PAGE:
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Archos Offering 9.7" Gingerbread Tablet for $229.99 USD

Looking for a decent tablet that won't break the bank? Amazon's 7-inch Kindle Fire packs plenty of Android punch for the buck once you ditch the bookshelf launcher. But if you're looking for something larger that doesn't jump into the $300 and $400 range, Archos has launched the Arnova 9 G2 budget tablet here in the States for as low as $229.99 USD.

Released overseas last month, the Archos Arnova 9 G2 features a 1024 x 768 pixel capacitive multitouch screen with IPS, an ARM Cortex-A8 single core SoC clocked at 1 GHz, and 4 GB of internal storage (Arnova says 8 GB). There's also a microSD card slot for adding 32 GB of extra storage space (as it really needs it), 802.11 b/g connectivity, and a battery that supposedly offers up to six hours while watching videos, four times that when listening to music with the screen off.

Also thrown into the mix is a USB 2.0 port for connecting keyboards, mice, external drives and other gadgets. The tablet will sport Android 2.3 "Gingerbread" right out of the box, meaning it's highly doubtful users will have access to Google's suite of applications like Google Maps and Android Market. Instead, owners will simply have access to the AppsLib market instead. Additional specs include a front-facing camera for video calling, built-in speakers, a microphone, G-sensor and more.

"Thanks to the range of document, slideshow and spreadsheet editors available to download on AppsLib, you Arnova 9 G2 can be your mobile work station; you may never need your laptop ever again," Arnova reports. "With the integrated microSD card reader you can transfer files easily or even plug in a USB flash drive in the USB host slot / via the USB host cable."

Arnova states that the tablet is also fully compatible with the Archos G9 3G Stick, allowing users to slip in their data sim card into the stick (which is provided by their wireless carrier), plug it into the tablet, and experience 3G connectivity.

Currently PC Richard & Son is selling the Arnova 9 G2 for $229.99 (opens in new tab), and B&H is selling the tablet for a pricier $249.99 (opens in new tab). The Arnova 9 G2 measures 9.4 x 7.2 x 0.4-inches and weighs 1.4 pounds.

Kevin started taking PCs apart in the 90s when Quake was on the way and his PC lacked the required components. Since then, he’s loved all things PC-related and cool gadgets ranging from the New Nintendo 3DS to Android tablets. He is currently a contributor at Digital Trends, writing about everything from computers to how-to content on Windows and Macs to reviews of the latest laptops from HP, Dell, Lenovo, and more. 

  • Plasmid

    On a serious note why do people need tablets? Seems to me more of a luxury than a necessity.
  • neon871
    Tom I can get Arnova by Archos 501904 10 G2 Android Tablet - Android 2.3, 10.1" 1024 x 600 capacitive touch-screen display, 4GB, 802.11 b/g WiFi, micro SD, USB 2.0, G-sensor, 720p camera for $189.99 with same spec's only in 10.1" screen. Kevin Parrish - you need to do your home work before posting your troll news.
  • razor512
    How much RAM does it have.

    Most apps will still use only a single core, but a lack of RAM is one of the biggest flaws in lower cost tablets. Android really needs 1GB RAM.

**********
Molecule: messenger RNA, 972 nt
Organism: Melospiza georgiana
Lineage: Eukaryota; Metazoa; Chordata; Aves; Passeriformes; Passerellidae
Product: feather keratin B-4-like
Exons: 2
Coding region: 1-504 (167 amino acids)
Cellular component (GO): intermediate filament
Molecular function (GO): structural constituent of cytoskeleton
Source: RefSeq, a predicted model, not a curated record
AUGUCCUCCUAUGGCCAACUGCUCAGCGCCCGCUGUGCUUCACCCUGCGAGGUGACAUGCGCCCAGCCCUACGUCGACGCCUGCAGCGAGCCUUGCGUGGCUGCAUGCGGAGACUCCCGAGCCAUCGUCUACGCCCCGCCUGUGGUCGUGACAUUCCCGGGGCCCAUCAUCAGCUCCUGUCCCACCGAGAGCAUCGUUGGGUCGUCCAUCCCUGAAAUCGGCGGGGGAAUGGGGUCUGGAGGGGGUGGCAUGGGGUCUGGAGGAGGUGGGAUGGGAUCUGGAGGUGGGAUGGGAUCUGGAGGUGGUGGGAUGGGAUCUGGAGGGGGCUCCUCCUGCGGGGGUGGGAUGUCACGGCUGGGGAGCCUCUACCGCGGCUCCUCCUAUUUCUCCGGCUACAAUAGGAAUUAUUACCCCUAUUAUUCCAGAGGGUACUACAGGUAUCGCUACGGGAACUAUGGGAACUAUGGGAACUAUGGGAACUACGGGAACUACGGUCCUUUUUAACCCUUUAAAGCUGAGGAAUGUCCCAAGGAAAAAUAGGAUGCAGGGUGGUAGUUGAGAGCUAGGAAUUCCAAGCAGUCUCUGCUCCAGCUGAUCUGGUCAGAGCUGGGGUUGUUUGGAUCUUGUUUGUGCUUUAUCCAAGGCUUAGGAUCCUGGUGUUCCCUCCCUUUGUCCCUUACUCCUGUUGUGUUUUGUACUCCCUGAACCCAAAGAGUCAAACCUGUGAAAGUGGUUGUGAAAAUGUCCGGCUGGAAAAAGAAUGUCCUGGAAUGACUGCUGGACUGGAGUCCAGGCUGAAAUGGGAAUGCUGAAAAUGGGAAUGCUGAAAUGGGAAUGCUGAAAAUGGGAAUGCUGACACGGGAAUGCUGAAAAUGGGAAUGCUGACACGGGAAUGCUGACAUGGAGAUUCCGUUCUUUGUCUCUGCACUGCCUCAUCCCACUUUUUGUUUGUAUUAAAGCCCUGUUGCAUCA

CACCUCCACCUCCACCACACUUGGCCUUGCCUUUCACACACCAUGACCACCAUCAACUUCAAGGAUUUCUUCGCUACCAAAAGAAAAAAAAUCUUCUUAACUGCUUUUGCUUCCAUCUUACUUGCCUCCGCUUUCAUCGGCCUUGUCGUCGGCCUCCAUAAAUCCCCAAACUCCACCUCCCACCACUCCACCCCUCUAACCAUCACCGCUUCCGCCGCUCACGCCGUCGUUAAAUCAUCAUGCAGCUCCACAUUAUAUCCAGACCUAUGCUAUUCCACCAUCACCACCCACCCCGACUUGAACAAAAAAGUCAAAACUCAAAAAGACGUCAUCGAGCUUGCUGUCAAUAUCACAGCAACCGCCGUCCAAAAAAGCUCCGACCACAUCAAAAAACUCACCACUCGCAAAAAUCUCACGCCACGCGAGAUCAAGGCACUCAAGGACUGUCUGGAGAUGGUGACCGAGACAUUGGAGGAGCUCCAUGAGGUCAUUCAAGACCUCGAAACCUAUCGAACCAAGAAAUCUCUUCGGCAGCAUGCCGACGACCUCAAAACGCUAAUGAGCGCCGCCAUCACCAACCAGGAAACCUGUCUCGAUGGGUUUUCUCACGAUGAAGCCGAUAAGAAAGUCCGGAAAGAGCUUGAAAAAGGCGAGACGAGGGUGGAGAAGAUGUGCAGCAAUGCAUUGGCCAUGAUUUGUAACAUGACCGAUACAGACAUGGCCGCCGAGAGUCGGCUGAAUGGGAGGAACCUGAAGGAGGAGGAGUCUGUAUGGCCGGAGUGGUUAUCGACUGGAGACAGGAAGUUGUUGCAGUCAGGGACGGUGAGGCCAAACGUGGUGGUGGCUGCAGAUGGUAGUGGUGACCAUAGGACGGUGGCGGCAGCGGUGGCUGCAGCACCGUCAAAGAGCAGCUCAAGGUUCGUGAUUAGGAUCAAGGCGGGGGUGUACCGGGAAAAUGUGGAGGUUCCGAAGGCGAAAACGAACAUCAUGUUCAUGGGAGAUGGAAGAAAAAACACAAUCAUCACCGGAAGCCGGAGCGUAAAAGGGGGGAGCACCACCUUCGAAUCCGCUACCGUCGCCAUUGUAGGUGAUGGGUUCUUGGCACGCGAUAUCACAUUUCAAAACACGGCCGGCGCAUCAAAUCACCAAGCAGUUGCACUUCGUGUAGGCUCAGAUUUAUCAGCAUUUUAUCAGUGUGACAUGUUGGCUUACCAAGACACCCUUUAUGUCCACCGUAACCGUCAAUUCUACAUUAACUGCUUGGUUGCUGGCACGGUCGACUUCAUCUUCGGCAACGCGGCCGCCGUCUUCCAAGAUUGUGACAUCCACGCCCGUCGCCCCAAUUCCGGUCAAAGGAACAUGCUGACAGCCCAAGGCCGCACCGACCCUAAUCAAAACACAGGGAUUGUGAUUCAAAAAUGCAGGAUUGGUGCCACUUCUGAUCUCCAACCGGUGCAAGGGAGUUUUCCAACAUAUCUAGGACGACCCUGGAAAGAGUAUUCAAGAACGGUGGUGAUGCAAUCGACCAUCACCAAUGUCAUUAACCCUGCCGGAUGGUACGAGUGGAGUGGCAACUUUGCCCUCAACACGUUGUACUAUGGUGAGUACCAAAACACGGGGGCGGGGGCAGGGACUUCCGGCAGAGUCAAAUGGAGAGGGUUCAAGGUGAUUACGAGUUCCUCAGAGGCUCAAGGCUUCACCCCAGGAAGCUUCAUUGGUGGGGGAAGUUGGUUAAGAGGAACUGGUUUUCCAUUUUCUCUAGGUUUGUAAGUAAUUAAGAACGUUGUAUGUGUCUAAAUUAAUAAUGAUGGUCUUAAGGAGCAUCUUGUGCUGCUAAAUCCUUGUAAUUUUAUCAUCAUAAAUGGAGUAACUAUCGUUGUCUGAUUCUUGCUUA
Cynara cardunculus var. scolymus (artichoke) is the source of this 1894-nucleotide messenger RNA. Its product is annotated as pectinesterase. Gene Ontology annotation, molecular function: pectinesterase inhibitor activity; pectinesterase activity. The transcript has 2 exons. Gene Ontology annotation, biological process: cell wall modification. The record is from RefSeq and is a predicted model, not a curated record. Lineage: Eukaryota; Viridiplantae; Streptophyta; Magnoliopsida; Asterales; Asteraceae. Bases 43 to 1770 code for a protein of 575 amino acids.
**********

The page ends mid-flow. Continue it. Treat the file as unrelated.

Anyway, tablets are useful for very basic computing but is not worth it once you get into the netbook style pricing.

    (netbooks are faster and offer more functionality and cost less than most tablets)

    For me, the only reason why I have a tablet is because I was lucky enough to get a HP touchpad during the sale. (while it is not as functional as a laptop, it does run android ICS, and webos 3 though I use webos 3 mostly and have been using my other android devices less and less. The webos UI just makes the android UI feel inefficient due to the amount of work needed to perform the same tasks. (if they were to make a proper emulator for android apps (since both OS are linux based, I would completely switch to webos 3, and possibly look for a way to either port the webos UI to my android devices, or port webos over to it)
  • rebel1280
    Toms, i visit this site daily in the morning as part of my daily tasks at work haha and though i appreciate you guys showing us a very inexpensive large screen tablet, this one is junk. Its cheap for a reason, do your readers a favor and remove this posting. Don't think we are not smart enough to research what you post up to be a good product. How bout comparing all the Archos tablets to determine which is the best to get as they are all pretty cheap..eerrr inexpensive.
  • kawininjazx
    Why buy this crap? Tegra 2 Acer 7" is $250, and the Acer and Lenovo 10" Tegra 2 is around $280. Not to mention the Tegra 3 Asus 7" should be $250.
  • randomstar
    pretty much had me at the 1024x768 resolution. maybe some of you missed that? dont compare it to the 600 and 720 devices you guys keep throwing up against it. the speed is enough, memory is enough, the resolution means you dont have to scroll so frikkin much to navigate a page..
  • dthx
    I wonder how hard and how many times you have to punch the icons on the screen before the tablet reacts... (that's just based on my experience with every Archos device I tested in shops).
    I'd like to be proven wrong, but the crap Archos sells is generally by no mean better than the dirt cheap no name chinese ipad mimicks that you can find for half the price of an Archos tab on doubtful websites...
  • sliem
    I had an archos once, it was good but screen is not quite as responsive as my iPod touch. I returned it because the usb port stopped working.